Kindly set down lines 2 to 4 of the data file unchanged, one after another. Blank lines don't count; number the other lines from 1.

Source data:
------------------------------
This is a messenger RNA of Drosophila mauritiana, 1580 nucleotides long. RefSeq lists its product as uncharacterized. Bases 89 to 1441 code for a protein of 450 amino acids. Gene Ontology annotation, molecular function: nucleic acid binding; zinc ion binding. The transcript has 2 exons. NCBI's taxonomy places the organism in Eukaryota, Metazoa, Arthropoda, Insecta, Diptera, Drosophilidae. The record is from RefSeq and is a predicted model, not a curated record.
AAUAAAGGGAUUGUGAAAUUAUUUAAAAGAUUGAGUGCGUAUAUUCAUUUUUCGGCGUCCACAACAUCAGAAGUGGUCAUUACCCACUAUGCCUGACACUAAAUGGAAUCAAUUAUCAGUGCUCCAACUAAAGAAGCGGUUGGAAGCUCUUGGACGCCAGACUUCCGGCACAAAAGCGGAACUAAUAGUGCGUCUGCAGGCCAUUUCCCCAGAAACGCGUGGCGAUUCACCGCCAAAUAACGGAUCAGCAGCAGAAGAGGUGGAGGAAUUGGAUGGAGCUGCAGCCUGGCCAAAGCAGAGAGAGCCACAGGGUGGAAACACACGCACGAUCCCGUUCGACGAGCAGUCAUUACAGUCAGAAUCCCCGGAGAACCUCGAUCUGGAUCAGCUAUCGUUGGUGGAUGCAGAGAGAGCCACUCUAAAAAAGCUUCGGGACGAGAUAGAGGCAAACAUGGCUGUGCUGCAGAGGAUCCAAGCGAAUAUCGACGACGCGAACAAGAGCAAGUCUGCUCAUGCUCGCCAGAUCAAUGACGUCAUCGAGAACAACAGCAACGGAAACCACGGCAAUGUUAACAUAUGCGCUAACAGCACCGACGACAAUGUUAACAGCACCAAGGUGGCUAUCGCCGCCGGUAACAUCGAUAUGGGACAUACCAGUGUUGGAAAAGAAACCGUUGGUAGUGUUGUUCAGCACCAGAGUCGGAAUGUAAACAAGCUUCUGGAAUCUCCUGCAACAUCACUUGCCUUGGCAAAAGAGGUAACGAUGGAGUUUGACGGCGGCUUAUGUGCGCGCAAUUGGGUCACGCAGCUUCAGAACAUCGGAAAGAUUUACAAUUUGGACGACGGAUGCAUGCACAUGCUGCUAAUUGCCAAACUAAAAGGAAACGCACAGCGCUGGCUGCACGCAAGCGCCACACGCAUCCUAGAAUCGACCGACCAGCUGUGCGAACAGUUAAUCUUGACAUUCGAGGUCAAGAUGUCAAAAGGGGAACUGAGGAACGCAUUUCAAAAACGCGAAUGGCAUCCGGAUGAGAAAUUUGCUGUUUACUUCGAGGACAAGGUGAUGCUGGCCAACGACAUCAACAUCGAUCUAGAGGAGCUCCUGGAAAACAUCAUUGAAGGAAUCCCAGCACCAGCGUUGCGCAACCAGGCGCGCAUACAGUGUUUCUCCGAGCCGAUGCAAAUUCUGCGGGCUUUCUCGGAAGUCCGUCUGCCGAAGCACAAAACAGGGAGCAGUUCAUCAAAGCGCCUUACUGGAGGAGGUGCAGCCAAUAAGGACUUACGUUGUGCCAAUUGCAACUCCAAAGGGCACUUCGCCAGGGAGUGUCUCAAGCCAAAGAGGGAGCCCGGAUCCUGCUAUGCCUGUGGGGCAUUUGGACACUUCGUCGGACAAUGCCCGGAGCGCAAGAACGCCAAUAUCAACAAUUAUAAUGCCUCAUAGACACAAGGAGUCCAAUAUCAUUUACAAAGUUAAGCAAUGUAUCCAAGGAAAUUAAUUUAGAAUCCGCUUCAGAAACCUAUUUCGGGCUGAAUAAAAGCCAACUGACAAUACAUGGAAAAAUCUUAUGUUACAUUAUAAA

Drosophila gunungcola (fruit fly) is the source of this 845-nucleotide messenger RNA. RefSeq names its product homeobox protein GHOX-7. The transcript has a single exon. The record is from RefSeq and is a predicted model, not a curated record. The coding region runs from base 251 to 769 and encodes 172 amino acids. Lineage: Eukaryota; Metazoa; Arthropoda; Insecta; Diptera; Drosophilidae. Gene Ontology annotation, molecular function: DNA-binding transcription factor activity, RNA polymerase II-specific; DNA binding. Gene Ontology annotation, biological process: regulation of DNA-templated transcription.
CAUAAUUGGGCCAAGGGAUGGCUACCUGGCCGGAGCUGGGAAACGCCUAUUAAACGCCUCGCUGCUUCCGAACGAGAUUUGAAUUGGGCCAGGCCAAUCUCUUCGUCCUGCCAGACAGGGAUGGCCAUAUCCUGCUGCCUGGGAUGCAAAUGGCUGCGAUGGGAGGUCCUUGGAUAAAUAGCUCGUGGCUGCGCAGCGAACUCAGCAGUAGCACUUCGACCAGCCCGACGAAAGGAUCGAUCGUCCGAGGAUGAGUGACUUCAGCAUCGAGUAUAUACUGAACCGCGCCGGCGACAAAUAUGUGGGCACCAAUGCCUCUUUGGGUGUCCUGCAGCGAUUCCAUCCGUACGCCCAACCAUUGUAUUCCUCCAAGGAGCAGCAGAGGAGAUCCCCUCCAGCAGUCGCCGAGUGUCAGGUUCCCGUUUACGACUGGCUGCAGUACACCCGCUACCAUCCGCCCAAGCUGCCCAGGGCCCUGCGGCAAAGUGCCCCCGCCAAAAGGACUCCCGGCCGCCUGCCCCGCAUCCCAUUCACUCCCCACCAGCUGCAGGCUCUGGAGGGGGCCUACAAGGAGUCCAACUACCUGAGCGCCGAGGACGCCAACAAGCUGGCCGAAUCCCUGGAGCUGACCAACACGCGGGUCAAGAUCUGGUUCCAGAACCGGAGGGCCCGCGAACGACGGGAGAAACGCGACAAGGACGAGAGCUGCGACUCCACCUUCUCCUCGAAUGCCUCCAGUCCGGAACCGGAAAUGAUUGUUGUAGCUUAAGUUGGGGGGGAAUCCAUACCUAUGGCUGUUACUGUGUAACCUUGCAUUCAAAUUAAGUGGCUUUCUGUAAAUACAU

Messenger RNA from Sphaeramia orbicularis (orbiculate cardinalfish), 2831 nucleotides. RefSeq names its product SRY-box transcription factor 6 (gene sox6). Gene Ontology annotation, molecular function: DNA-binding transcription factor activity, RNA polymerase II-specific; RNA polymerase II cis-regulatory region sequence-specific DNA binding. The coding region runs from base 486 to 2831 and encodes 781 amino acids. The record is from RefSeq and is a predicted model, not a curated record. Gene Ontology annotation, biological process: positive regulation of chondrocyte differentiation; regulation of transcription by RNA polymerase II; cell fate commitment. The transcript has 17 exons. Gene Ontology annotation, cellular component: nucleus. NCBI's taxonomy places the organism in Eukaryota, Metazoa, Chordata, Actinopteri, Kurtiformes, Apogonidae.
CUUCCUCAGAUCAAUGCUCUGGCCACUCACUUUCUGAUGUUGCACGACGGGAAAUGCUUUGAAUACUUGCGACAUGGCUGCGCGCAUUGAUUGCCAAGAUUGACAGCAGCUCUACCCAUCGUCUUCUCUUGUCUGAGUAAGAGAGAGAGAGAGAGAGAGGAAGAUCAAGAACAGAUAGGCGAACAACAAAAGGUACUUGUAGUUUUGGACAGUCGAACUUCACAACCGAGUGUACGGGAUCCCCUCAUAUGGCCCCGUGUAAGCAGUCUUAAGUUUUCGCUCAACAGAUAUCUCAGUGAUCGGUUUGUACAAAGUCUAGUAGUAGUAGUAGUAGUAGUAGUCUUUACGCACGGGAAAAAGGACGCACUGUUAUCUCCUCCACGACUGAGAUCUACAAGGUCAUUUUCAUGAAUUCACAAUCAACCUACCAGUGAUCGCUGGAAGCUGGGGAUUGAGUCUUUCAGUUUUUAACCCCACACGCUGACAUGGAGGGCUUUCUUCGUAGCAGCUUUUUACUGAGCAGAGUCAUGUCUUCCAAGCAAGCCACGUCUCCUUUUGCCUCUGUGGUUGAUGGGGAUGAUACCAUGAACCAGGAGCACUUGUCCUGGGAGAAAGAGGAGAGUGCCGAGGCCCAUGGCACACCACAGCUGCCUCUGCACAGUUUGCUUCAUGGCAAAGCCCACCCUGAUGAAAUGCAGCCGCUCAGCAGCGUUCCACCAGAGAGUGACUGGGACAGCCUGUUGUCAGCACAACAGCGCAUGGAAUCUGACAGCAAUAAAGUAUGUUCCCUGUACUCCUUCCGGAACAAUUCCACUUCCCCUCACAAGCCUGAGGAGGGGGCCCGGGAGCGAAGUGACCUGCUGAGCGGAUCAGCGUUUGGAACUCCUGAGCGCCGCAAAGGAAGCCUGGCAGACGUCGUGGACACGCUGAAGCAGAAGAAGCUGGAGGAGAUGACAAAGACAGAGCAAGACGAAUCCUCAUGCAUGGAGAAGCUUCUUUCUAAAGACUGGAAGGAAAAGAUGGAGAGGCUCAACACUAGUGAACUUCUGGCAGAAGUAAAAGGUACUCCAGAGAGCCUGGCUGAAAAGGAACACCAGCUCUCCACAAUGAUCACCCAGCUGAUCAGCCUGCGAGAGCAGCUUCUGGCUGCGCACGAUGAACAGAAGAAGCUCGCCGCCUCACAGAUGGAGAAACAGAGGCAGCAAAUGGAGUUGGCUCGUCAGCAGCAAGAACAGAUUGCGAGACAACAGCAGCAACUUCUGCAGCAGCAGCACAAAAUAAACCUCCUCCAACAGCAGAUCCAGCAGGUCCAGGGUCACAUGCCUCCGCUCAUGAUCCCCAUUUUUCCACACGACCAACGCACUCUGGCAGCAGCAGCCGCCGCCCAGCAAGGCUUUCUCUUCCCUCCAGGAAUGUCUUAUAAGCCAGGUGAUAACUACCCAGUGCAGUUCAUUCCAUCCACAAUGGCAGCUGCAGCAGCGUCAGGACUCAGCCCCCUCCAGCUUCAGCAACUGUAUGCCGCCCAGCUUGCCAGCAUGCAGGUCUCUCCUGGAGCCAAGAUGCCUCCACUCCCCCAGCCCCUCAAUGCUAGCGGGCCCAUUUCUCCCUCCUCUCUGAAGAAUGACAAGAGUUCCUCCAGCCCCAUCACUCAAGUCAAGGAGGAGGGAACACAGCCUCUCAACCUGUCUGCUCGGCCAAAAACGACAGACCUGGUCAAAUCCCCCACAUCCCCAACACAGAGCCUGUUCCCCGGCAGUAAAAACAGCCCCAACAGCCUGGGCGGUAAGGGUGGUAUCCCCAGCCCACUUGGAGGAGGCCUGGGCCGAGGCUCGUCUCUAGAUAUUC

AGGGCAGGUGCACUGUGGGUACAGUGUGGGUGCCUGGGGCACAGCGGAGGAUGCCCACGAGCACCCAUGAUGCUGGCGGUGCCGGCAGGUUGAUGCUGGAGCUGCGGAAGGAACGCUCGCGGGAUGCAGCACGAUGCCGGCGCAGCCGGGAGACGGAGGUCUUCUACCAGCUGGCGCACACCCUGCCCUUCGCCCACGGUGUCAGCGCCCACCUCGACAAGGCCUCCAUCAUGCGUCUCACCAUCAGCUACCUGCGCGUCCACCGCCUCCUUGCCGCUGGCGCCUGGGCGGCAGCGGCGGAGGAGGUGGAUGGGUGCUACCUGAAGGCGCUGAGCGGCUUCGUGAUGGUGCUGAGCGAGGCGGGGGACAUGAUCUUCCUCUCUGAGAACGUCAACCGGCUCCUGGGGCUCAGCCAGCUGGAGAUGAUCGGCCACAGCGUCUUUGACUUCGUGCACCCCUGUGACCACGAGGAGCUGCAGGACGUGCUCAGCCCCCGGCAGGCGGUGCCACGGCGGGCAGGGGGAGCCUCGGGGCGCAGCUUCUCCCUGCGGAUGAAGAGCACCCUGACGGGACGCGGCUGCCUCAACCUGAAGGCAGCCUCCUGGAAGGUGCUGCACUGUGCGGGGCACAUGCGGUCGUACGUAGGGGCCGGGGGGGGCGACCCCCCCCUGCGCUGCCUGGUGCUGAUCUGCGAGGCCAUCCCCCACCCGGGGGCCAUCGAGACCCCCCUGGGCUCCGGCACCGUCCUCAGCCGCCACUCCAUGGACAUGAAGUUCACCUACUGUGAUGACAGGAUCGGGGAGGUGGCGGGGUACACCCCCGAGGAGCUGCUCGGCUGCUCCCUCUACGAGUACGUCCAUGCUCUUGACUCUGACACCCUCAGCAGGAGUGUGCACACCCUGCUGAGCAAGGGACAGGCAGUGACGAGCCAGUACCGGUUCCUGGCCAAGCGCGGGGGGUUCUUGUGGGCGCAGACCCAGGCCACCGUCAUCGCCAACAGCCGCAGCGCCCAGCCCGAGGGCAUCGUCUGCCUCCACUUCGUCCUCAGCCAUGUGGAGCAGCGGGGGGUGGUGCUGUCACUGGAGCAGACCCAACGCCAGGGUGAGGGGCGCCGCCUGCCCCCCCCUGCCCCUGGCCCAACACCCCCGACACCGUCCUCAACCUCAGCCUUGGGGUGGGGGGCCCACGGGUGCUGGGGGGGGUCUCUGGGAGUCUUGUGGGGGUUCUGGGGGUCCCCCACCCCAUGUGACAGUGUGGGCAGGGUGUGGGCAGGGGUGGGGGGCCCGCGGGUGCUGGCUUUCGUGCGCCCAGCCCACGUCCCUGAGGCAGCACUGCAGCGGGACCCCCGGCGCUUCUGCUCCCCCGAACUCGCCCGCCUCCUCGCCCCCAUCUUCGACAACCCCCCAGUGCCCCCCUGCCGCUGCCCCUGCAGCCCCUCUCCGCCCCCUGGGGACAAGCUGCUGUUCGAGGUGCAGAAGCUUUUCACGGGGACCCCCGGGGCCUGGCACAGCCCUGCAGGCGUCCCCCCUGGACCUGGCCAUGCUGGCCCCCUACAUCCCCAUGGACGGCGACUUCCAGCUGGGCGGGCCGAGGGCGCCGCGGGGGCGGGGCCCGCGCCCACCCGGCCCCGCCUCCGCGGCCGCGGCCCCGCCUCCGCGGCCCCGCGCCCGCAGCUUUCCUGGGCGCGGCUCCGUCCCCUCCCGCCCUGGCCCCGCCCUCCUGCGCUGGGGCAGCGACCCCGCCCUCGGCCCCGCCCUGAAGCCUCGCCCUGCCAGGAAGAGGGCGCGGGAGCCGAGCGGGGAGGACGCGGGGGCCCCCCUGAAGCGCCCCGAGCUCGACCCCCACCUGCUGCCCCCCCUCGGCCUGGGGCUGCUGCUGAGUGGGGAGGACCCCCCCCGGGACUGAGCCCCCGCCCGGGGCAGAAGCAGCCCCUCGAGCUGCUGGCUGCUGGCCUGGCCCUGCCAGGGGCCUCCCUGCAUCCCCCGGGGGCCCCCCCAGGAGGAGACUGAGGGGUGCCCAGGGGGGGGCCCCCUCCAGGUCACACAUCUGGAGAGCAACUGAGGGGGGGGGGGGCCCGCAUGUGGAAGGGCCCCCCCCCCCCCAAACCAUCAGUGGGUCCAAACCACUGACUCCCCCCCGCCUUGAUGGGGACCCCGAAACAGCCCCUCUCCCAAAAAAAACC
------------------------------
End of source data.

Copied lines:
AAUAAAGGGAUUGUGAAAUUAUUUAAAAGAUUGAGUGCGUAUAUUCAUUUUUCGGCGUCCACAACAUCAGAAGUGGUCAUUACCCACUAUGCCUGACACUAAAUGGAAUCAAUUAUCAGUGCUCCAACUAAAGAAGCGGUUGGAAGCUCUUGGACGCCAGACUUCCGGCACAAAAGCGGAACUAAUAGUGCGUCUGCAGGCCAUUUCCCCAGAAACGCGUGGCGAUUCACCGCCAAAUAACGGAUCAGCAGCAGAAGAGGUGGAGGAAUUGGAUGGAGCUGCAGCCUGGCCAAAGCAGAGAGAGCCACAGGGUGGAAACACACGCACGAUCCCGUUCGACGAGCAGUCAUUACAGUCAGAAUCCCCGGAGAACCUCGAUCUGGAUCAGCUAUCGUUGGUGGAUGCAGAGAGAGCCACUCUAAAAAAGCUUCGGGACGAGAUAGAGGCAAACAUGGCUGUGCUGCAGAGGAUCCAAGCGAAUAUCGACGACGCGAACAAGAGCAAGUCUGCUCAUGCUCGCCAGAUCAAUGACGUCAUCGAGAACAACAGCAACGGAAACCACGGCAAUGUUAACAUAUGCGCUAACAGCACCGACGACAAUGUUAACAGCACCAAGGUGGCUAUCGCCGCCGGUAACAUCGAUAUGGGACAUACCAGUGUUGGAAAAGAAACCGUUGGUAGUGUUGUUCAGCACCAGAGUCGGAAUGUAAACAAGCUUCUGGAAUCUCCUGCAACAUCACUUGCCUUGGCAAAAGAGGUAACGAUGGAGUUUGACGGCGGCUUAUGUGCGCGCAAUUGGGUCACGCAGCUUCAGAACAUCGGAAAGAUUUACAAUUUGGACGACGGAUGCAUGCACAUGCUGCUAAUUGCCAAACUAAAAGGAAACGCACAGCGCUGGCUGCACGCAAGCGCCACACGCAUCCUAGAAUCGACCGACCAGCUGUGCGAACAGUUAAUCUUGACAUUCGAGGUCAAGAUGUCAAAAGGGGAACUGAGGAACGCAUUUCAAAAACGCGAAUGGCAUCCGGAUGAGAAAUUUGCUGUUUACUUCGAGGACAAGGUGAUGCUGGCCAACGACAUCAACAUCGAUCUAGAGGAGCUCCUGGAAAACAUCAUUGAAGGAAUCCCAGCACCAGCGUUGCGCAACCAGGCGCGCAUACAGUGUUUCUCCGAGCCGAUGCAAAUUCUGCGGGCUUUCUCGGAAGUCCGUCUGCCGAAGCACAAAACAGGGAGCAGUUCAUCAAAGCGCCUUACUGGAGGAGGUGCAGCCAAUAAGGACUUACGUUGUGCCAAUUGCAACUCCAAAGGGCACUUCGCCAGGGAGUGUCUCAAGCCAAAGAGGGAGCCCGGAUCCUGCUAUGCCUGUGGGGCAUUUGGACACUUCGUCGGACAAUGCCCGGAGCGCAAGAACGCCAAUAUCAACAAUUAUAAUGCCUCAUAGACACAAGGAGUCCAAUAUCAUUUACAAAGUUAAGCAAUGUAUCCAAGGAAAUUAAUUUAGAAUCCGCUUCAGAAACCUAUUUCGGGCUGAAUAAAAGCCAACUGACAAUACAUGGAAAAAUCUUAUGUUACAUUAUAAA

Drosophila gunungcola (fruit fly) is the source of this 845-nucleotide messenger RNA. RefSeq names its product homeobox protein GHOX-7. The transcript has a single exon. The record is from RefSeq and is a predicted model, not a curated record. The coding region runs from base 251 to 769 and encodes 172 amino acids. Lineage: Eukaryota; Metazoa; Arthropoda; Insecta; Diptera; Drosophilidae. Gene Ontology annotation, molecular function: DNA-binding transcription factor activity, RNA polymerase II-specific; DNA binding. Gene Ontology annotation, biological process: regulation of DNA-templated transcription.
CAUAAUUGGGCCAAGGGAUGGCUACCUGGCCGGAGCUGGGAAACGCCUAUUAAACGCCUCGCUGCUUCCGAACGAGAUUUGAAUUGGGCCAGGCCAAUCUCUUCGUCCUGCCAGACAGGGAUGGCCAUAUCCUGCUGCCUGGGAUGCAAAUGGCUGCGAUGGGAGGUCCUUGGAUAAAUAGCUCGUGGCUGCGCAGCGAACUCAGCAGUAGCACUUCGACCAGCCCGACGAAAGGAUCGAUCGUCCGAGGAUGAGUGACUUCAGCAUCGAGUAUAUACUGAACCGCGCCGGCGACAAAUAUGUGGGCACCAAUGCCUCUUUGGGUGUCCUGCAGCGAUUCCAUCCGUACGCCCAACCAUUGUAUUCCUCCAAGGAGCAGCAGAGGAGAUCCCCUCCAGCAGUCGCCGAGUGUCAGGUUCCCGUUUACGACUGGCUGCAGUACACCCGCUACCAUCCGCCCAAGCUGCCCAGGGCCCUGCGGCAAAGUGCCCCCGCCAAAAGGACUCCCGGCCGCCUGCCCCGCAUCCCAUUCACUCCCCACCAGCUGCAGGCUCUGGAGGGGGCCUACAAGGAGUCCAACUACCUGAGCGCCGAGGACGCCAACAAGCUGGCCGAAUCCCUGGAGCUGACCAACACGCGGGUCAAGAUCUGGUUCCAGAACCGGAGGGCCCGCGAACGACGGGAGAAACGCGACAAGGACGAGAGCUGCGACUCCACCUUCUCCUCGAAUGCCUCCAGUCCGGAACCGGAAAUGAUUGUUGUAGCUUAAGUUGGGGGGGAAUCCAUACCUAUGGCUGUUACUGUGUAACCUUGCAUUCAAAUUAAGUGGCUUUCUGUAAAUACAU